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Helping Kids Connect with Math at Home

Hi, I’m Kelly Urlacher. I’m a Teacher Curriculum Developer for Dreambox Learning. And today I want to talk a little bit about parent communication particularly with the standards of mathematical practice and the Common Core Standards that are coming out. Parents should know what’s happening in the classroom.

Parent communication was always a huge part of teaching for me. In math, it was often a struggle to make a good connection between home and school. I would often hear from parents that this math isn’t the same as when they learned it or they weren’t good at math so, how were they supposed to help their children at home. First of all, math should be taught differently than when we learned it. The research in classroom success backs up the fact that there’s a small percentage of people that retain and learn math because they memorize, learn solely from lecture, and at worksheets, which kind of summarizes my math education. I would also tell parents they don’t have to be mathematicians to inspire, help motivate, and really get their kids involved in math even at home. In fact, many parents are great at math, but they don’t give themselves enough credit. They go to the grocery store and do mental math there. Restaurants is also one of my favorite examples.

One of my favorite memories of teaching parents about inquiry-based math was just a couple years ago. I held a math night for the 6th grade parents as I taught 6th grade for my whole school. We were talking about the upcoming unit on circles focusing on area and circumference. When I asked a group what they remembered about measuring circles, several people said they remembered vocabulary: Pi, Diameter, Radius, and that the combination of the three made the circumference and area in some way. Unless you use these types of equations on a regular basis, many are easily forgotten. Also, because they weren’t learned properly in the first place so that there were true understanding. I began my talk about the upcoming unit which was a lot more about exploration than equations, and even though the students were going to be finding a circumference and area, I was not introducing Pi yet. The purpose was to see the kids find solutions, patterns, and explore using their own knowledge and through math. Many of the parents looked unconvinced this was the best way for the students to learn about measurement of circles, and I also was asked several times why I wasn’t sharing the algorithms and then giving them practice. I responded that I just wanted their children to find understanding and meaning, not just having exercise and memorization. So, I broke up the parents into groups and we decided we were going to play some games. We were going to solve for circumference and area, but we were not going to use Pi. And successfully toward the end of the night, my parents understood why Pi worked rather than being told that Pi is necessary to measure a circle. It was a very fun night, but very successful in our communication.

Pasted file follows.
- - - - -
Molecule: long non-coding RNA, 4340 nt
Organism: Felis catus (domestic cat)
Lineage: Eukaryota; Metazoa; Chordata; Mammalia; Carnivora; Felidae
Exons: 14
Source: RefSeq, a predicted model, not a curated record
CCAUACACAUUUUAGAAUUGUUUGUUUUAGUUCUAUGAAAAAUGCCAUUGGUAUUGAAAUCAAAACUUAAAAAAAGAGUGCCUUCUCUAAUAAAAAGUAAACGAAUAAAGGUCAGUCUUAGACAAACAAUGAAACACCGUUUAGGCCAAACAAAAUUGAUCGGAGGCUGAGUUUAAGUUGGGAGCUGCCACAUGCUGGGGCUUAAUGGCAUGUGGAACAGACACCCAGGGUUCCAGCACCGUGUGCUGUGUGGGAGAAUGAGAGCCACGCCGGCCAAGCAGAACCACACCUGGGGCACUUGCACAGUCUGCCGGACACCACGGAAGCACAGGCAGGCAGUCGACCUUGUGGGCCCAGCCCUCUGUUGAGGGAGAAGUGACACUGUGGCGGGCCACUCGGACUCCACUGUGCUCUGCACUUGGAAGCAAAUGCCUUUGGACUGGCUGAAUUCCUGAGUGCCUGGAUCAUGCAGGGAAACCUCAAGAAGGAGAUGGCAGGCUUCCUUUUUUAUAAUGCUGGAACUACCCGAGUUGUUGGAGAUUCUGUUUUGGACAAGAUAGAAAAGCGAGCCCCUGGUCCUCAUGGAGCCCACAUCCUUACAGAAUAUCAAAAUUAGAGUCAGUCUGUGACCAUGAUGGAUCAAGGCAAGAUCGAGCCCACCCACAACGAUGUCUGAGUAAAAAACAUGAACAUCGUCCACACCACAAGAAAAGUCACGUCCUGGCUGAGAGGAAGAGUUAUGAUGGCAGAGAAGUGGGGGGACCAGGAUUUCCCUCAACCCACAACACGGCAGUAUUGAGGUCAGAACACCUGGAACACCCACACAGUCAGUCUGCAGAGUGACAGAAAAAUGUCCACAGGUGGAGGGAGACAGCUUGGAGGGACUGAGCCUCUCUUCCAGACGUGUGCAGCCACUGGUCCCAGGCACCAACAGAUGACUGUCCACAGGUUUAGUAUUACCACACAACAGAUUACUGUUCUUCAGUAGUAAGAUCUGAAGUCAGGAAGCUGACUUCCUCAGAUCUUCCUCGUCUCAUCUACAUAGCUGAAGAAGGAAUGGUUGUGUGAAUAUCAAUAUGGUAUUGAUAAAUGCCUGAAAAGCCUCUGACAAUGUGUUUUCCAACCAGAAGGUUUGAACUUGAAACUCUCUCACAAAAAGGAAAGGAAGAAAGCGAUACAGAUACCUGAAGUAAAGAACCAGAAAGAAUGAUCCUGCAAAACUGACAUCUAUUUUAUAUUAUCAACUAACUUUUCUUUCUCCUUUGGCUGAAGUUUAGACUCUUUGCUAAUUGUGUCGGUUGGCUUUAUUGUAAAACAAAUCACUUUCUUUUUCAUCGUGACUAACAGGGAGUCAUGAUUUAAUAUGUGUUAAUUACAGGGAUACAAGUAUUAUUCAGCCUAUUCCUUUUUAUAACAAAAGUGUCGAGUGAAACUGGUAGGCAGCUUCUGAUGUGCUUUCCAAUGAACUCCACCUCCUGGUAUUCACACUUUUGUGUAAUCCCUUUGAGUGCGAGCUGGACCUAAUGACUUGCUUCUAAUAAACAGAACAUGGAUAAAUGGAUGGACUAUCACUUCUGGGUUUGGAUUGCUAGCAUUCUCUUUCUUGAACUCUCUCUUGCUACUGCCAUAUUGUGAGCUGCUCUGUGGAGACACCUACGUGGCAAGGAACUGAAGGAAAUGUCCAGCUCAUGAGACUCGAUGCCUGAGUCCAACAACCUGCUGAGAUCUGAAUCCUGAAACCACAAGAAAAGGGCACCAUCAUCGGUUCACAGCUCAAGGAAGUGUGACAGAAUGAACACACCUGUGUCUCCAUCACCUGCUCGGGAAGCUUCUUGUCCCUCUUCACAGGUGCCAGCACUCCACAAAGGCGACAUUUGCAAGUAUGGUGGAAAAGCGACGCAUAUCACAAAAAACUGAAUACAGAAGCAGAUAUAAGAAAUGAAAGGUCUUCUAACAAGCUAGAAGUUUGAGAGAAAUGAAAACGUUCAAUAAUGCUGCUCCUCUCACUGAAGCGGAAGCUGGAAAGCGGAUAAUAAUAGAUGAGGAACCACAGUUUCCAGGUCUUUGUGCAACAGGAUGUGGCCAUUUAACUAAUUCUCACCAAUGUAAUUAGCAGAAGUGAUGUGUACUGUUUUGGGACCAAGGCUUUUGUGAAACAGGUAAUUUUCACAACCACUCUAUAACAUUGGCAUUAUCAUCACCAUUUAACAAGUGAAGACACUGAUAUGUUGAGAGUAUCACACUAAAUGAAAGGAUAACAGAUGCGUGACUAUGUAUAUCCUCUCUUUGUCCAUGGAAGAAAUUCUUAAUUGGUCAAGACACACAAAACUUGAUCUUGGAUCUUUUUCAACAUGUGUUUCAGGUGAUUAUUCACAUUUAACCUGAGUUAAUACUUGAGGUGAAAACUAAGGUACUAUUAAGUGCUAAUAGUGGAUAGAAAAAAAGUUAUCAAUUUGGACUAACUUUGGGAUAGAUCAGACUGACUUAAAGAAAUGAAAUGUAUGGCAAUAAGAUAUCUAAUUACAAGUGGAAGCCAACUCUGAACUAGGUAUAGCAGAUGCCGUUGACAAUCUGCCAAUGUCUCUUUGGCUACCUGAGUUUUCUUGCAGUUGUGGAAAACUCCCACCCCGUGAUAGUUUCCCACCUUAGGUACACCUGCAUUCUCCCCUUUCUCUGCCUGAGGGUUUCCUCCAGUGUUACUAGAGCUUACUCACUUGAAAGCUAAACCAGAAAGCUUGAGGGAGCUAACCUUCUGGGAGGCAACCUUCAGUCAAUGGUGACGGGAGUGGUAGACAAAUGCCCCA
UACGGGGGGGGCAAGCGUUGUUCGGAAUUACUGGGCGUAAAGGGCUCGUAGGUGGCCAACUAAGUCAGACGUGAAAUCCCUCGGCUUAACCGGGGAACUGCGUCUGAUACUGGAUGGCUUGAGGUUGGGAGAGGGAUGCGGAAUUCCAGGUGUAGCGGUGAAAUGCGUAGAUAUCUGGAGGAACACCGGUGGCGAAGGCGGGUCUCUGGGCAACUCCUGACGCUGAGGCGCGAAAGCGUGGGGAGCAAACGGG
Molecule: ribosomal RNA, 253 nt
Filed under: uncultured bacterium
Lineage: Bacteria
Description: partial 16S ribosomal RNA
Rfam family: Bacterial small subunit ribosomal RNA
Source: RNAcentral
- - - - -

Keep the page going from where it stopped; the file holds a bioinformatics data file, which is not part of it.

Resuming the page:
In the next few weeks, the exploration in my classroom around the measurement of circles was phenomenal. They used strings to measure, they cut out squares to see how many would fit inside circles and they tried to measure in many different ways. My favorite is we went out to the kindergarten playground which is one very large circle. And the kids actually took string and found the diameter and what they did after is they ended up finding out that diameter, about 3 times, made the circumference. They found Pi without me telling them about it. I received a note a couple weeks later from a parent. In fact, it was a parent I had the two older sons’ years before. He was thanking me for the great evening of math that I had presented, but also that now he had a better grasp on how to support and help and converse with his son about what he was working on in school. He also added that his son was more excited about math this year than any year before because of the interactivity and exploration that happened in our class. And I don’t know about you, but to excite 12-year olds, is quite an accomplishment so, I was thrilled.

The big picture here is that we want exploration and engagement in our math classes. Kids are brilliant and will find their own strategies to solve very complex situations. Is it still relevant and important to share algorithms? Of course it is. It’s really all about the timing. They should find understanding first instead of Pi being just a number that’s given to them – an arbitrary. It becomes “Oh, it was about three times around that kindergarten playground.” But true understanding, retention, and the love of math is stemmed through working, playing, and exploring in our math classrooms.

Thank you.

Kelly Urlacher
Teacher & Curriculum Developer
DreamBox Learning